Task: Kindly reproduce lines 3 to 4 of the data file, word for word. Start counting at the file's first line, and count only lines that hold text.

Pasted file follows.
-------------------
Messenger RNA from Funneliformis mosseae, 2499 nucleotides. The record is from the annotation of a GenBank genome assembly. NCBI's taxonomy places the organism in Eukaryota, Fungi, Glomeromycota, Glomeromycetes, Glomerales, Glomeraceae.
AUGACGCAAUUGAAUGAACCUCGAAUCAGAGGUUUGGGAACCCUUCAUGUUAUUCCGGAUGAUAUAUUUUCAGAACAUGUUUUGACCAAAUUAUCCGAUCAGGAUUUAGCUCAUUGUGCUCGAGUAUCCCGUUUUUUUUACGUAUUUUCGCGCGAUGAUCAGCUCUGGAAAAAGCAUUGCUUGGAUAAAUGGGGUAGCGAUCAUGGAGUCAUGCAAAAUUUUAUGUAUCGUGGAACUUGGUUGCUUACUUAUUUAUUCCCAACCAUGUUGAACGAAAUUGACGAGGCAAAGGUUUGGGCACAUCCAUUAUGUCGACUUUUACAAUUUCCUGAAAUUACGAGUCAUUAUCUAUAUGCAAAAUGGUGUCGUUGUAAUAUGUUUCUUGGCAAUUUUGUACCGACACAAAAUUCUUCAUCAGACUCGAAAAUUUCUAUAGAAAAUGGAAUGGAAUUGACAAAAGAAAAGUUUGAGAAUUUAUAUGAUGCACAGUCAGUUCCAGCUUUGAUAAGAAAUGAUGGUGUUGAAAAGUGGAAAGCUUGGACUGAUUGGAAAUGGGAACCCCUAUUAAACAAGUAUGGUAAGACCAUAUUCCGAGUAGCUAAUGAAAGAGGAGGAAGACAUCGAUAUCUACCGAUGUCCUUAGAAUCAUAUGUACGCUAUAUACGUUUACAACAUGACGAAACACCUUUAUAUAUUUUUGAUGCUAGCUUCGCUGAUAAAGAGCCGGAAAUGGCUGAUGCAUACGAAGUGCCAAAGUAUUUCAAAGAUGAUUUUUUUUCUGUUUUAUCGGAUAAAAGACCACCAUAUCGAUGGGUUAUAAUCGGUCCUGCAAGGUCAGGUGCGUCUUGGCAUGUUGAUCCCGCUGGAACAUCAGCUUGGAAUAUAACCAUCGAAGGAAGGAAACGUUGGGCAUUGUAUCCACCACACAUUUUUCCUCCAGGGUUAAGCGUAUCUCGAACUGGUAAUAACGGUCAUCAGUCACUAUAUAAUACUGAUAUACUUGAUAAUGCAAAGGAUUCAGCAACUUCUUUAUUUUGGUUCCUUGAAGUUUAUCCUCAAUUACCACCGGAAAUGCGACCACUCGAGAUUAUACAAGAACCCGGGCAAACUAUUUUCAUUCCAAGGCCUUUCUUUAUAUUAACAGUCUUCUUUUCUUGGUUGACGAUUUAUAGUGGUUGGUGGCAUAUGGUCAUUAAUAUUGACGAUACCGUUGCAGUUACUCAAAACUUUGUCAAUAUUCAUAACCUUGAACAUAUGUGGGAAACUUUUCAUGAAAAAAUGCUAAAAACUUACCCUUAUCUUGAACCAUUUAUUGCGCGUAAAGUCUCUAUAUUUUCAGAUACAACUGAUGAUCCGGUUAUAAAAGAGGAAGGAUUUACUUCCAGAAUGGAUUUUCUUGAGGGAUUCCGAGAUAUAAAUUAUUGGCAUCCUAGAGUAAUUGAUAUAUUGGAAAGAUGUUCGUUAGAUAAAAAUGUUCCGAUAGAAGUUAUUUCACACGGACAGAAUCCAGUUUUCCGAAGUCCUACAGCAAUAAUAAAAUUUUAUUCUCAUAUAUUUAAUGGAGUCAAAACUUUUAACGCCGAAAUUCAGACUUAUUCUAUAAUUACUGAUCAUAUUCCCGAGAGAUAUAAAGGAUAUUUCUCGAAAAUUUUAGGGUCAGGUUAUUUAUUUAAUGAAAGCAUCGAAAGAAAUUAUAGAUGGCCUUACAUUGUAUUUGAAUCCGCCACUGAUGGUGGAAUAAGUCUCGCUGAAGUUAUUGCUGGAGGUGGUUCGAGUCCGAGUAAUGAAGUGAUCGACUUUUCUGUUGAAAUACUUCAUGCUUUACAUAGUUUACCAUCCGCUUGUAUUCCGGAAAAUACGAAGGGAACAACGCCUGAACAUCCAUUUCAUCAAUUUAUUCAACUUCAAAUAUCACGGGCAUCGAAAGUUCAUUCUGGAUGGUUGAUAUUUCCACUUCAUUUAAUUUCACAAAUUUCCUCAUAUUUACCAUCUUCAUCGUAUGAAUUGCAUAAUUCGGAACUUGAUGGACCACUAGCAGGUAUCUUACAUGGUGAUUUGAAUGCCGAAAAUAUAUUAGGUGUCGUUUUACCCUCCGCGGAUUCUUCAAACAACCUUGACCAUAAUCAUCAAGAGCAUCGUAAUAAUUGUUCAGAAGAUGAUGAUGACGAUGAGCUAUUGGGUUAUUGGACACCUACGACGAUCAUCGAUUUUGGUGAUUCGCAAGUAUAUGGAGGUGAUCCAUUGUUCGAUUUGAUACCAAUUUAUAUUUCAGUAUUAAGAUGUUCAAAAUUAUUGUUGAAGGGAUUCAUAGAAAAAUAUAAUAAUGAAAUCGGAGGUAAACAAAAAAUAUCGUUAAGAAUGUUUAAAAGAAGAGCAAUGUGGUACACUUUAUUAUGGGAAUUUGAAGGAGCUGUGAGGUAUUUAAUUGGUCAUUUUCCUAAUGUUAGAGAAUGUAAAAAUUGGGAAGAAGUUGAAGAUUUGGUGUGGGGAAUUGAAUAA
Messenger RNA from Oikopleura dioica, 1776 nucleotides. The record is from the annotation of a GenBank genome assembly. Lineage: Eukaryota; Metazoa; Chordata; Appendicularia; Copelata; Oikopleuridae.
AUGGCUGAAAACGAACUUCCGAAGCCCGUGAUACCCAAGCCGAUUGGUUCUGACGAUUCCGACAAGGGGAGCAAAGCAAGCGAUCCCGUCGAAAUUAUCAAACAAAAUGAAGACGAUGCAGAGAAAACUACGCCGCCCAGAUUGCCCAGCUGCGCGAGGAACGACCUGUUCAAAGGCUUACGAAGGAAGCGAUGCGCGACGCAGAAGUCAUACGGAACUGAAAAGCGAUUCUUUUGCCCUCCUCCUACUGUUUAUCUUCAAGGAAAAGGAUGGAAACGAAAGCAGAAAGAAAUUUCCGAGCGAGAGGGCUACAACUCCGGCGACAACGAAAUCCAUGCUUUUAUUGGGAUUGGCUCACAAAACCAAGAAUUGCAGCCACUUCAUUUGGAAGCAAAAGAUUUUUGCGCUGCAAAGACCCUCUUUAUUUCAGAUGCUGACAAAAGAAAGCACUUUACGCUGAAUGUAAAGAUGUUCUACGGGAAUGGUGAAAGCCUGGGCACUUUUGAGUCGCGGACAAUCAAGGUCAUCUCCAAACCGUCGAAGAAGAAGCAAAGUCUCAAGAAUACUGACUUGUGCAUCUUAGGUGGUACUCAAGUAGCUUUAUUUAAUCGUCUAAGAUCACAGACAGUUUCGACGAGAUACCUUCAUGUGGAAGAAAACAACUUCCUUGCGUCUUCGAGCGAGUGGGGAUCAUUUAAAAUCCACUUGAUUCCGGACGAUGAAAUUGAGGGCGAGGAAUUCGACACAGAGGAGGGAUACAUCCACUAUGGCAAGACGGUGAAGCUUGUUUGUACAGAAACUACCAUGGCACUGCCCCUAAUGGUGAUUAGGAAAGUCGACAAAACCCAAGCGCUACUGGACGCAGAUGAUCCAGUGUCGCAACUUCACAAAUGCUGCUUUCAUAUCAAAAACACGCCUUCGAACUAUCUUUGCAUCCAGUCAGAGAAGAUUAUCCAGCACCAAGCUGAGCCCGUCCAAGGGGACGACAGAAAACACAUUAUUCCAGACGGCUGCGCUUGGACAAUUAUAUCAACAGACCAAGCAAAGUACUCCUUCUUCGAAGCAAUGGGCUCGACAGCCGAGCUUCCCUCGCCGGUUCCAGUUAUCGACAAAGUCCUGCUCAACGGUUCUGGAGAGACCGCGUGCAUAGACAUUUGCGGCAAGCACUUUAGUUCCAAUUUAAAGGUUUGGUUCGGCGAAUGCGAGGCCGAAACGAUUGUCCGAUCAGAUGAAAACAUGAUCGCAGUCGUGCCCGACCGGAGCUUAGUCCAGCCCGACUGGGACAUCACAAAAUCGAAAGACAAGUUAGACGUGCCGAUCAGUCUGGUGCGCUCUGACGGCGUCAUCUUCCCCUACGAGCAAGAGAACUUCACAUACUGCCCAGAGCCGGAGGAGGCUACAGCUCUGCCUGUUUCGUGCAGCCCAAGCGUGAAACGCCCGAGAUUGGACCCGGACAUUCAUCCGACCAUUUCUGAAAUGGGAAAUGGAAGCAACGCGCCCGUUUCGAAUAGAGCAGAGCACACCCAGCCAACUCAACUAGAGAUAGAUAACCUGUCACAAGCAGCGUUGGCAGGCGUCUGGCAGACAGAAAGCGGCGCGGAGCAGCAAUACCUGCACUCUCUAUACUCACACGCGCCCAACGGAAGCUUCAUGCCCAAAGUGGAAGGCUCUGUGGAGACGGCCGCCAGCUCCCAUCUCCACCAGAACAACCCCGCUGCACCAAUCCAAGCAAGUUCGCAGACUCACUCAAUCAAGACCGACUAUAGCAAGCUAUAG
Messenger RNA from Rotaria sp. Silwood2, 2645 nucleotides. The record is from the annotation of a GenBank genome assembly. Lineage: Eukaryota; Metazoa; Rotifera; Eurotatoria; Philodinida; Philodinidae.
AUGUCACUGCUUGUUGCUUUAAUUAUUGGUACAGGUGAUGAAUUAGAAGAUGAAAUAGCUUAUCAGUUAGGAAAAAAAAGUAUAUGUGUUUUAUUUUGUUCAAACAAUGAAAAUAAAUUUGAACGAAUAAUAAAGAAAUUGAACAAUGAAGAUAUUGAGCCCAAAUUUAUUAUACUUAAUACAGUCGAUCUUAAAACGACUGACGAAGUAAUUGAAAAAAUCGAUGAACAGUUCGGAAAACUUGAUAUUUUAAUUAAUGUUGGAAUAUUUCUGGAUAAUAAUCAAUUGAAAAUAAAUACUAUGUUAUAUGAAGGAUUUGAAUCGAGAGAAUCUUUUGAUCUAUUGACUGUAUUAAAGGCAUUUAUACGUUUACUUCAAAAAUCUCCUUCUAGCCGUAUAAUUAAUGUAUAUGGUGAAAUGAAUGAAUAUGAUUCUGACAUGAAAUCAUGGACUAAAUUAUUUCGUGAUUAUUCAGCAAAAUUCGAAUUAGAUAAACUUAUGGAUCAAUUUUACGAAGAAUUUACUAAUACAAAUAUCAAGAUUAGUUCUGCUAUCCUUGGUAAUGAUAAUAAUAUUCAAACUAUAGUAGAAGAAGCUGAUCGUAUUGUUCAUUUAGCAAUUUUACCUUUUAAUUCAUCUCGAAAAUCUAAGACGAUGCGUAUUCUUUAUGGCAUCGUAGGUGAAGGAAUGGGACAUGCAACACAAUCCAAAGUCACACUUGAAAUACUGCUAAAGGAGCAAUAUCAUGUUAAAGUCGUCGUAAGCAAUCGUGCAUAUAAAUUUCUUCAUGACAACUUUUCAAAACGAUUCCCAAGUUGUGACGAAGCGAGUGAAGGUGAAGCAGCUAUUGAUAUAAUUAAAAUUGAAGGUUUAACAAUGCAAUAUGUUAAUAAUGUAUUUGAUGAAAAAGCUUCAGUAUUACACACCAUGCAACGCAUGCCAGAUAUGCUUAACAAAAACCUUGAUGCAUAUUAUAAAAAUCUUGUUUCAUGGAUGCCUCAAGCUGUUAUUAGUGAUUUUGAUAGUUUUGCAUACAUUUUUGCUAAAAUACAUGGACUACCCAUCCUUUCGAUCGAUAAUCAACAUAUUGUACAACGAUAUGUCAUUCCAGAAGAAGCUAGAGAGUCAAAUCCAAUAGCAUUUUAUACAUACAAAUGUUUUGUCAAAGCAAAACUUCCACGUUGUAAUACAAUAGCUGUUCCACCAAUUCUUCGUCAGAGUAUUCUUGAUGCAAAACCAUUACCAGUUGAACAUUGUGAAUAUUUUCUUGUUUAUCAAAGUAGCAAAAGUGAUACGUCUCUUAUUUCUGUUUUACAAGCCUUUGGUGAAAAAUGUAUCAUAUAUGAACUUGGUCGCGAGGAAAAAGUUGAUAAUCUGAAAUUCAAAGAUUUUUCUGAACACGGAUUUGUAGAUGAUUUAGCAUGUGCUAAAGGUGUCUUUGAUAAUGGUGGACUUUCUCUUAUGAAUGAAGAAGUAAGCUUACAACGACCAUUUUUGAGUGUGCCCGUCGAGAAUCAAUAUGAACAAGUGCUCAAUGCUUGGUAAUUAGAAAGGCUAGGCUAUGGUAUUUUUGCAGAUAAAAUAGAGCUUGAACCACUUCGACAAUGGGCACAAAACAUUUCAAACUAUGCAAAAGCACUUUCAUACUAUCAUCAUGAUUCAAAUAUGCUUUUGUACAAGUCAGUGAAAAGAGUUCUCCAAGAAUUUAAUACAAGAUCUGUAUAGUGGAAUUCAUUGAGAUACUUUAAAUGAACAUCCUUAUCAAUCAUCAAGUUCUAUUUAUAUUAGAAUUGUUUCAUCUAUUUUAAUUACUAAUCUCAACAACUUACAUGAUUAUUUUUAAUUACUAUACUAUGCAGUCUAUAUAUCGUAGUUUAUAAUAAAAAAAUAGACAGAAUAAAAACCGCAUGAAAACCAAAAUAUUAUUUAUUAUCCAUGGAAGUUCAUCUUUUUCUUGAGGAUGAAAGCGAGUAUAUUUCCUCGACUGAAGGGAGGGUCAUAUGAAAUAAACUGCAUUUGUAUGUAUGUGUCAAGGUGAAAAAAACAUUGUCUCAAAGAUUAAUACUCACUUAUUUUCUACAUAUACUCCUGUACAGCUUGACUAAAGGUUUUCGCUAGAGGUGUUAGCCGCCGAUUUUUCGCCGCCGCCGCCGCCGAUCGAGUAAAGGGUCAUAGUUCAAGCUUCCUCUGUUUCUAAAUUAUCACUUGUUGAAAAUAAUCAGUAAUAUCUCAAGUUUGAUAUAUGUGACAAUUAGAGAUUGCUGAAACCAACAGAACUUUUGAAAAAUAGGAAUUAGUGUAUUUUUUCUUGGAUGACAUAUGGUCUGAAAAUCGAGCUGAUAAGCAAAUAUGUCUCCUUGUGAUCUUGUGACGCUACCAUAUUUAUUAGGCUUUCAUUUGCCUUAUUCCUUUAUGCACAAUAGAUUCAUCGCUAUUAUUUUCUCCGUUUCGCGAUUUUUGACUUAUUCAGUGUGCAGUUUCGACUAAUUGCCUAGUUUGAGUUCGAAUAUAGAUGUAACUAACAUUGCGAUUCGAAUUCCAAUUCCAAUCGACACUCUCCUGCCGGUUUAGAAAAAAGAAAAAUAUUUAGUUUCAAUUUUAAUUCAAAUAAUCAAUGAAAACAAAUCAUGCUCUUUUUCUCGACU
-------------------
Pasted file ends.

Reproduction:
Messenger RNA from Oikopleura dioica, 1776 nucleotides. The record is from the annotation of a GenBank genome assembly. Lineage: Eukaryota; Metazoa; Chordata; Appendicularia; Copelata; Oikopleuridae.
AUGGCUGAAAACGAACUUCCGAAGCCCGUGAUACCCAAGCCGAUUGGUUCUGACGAUUCCGACAAGGGGAGCAAAGCAAGCGAUCCCGUCGAAAUUAUCAAACAAAAUGAAGACGAUGCAGAGAAAACUACGCCGCCCAGAUUGCCCAGCUGCGCGAGGAACGACCUGUUCAAAGGCUUACGAAGGAAGCGAUGCGCGACGCAGAAGUCAUACGGAACUGAAAAGCGAUUCUUUUGCCCUCCUCCUACUGUUUAUCUUCAAGGAAAAGGAUGGAAACGAAAGCAGAAAGAAAUUUCCGAGCGAGAGGGCUACAACUCCGGCGACAACGAAAUCCAUGCUUUUAUUGGGAUUGGCUCACAAAACCAAGAAUUGCAGCCACUUCAUUUGGAAGCAAAAGAUUUUUGCGCUGCAAAGACCCUCUUUAUUUCAGAUGCUGACAAAAGAAAGCACUUUACGCUGAAUGUAAAGAUGUUCUACGGGAAUGGUGAAAGCCUGGGCACUUUUGAGUCGCGGACAAUCAAGGUCAUCUCCAAACCGUCGAAGAAGAAGCAAAGUCUCAAGAAUACUGACUUGUGCAUCUUAGGUGGUACUCAAGUAGCUUUAUUUAAUCGUCUAAGAUCACAGACAGUUUCGACGAGAUACCUUCAUGUGGAAGAAAACAACUUCCUUGCGUCUUCGAGCGAGUGGGGAUCAUUUAAAAUCCACUUGAUUCCGGACGAUGAAAUUGAGGGCGAGGAAUUCGACACAGAGGAGGGAUACAUCCACUAUGGCAAGACGGUGAAGCUUGUUUGUACAGAAACUACCAUGGCACUGCCCCUAAUGGUGAUUAGGAAAGUCGACAAAACCCAAGCGCUACUGGACGCAGAUGAUCCAGUGUCGCAACUUCACAAAUGCUGCUUUCAUAUCAAAAACACGCCUUCGAACUAUCUUUGCAUCCAGUCAGAGAAGAUUAUCCAGCACCAAGCUGAGCCCGUCCAAGGGGACGACAGAAAACACAUUAUUCCAGACGGCUGCGCUUGGACAAUUAUAUCAACAGACCAAGCAAAGUACUCCUUCUUCGAAGCAAUGGGCUCGACAGCCGAGCUUCCCUCGCCGGUUCCAGUUAUCGACAAAGUCCUGCUCAACGGUUCUGGAGAGACCGCGUGCAUAGACAUUUGCGGCAAGCACUUUAGUUCCAAUUUAAAGGUUUGGUUCGGCGAAUGCGAGGCCGAAACGAUUGUCCGAUCAGAUGAAAACAUGAUCGCAGUCGUGCCCGACCGGAGCUUAGUCCAGCCCGACUGGGACAUCACAAAAUCGAAAGACAAGUUAGACGUGCCGAUCAGUCUGGUGCGCUCUGACGGCGUCAUCUUCCCCUACGAGCAAGAGAACUUCACAUACUGCCCAGAGCCGGAGGAGGCUACAGCUCUGCCUGUUUCGUGCAGCCCAAGCGUGAAACGCCCGAGAUUGGACCCGGACAUUCAUCCGACCAUUUCUGAAAUGGGAAAUGGAAGCAACGCGCCCGUUUCGAAUAGAGCAGAGCACACCCAGCCAACUCAACUAGAGAUAGAUAACCUGUCACAAGCAGCGUUGGCAGGCGUCUGGCAGACAGAAAGCGGCGCGGAGCAGCAAUACCUGCACUCUCUAUACUCACACGCGCCCAACGGAAGCUUCAUGCCCAAAGUGGAAGGCUCUGUGGAGACGGCCGCCAGCUCCCAUCUCCACCAGAACAACCCCGCUGCACCAAUCCAAGCAAGUUCGCAGACUCACUCAAUCAAGACCGACUAUAGCAAGCUAUAG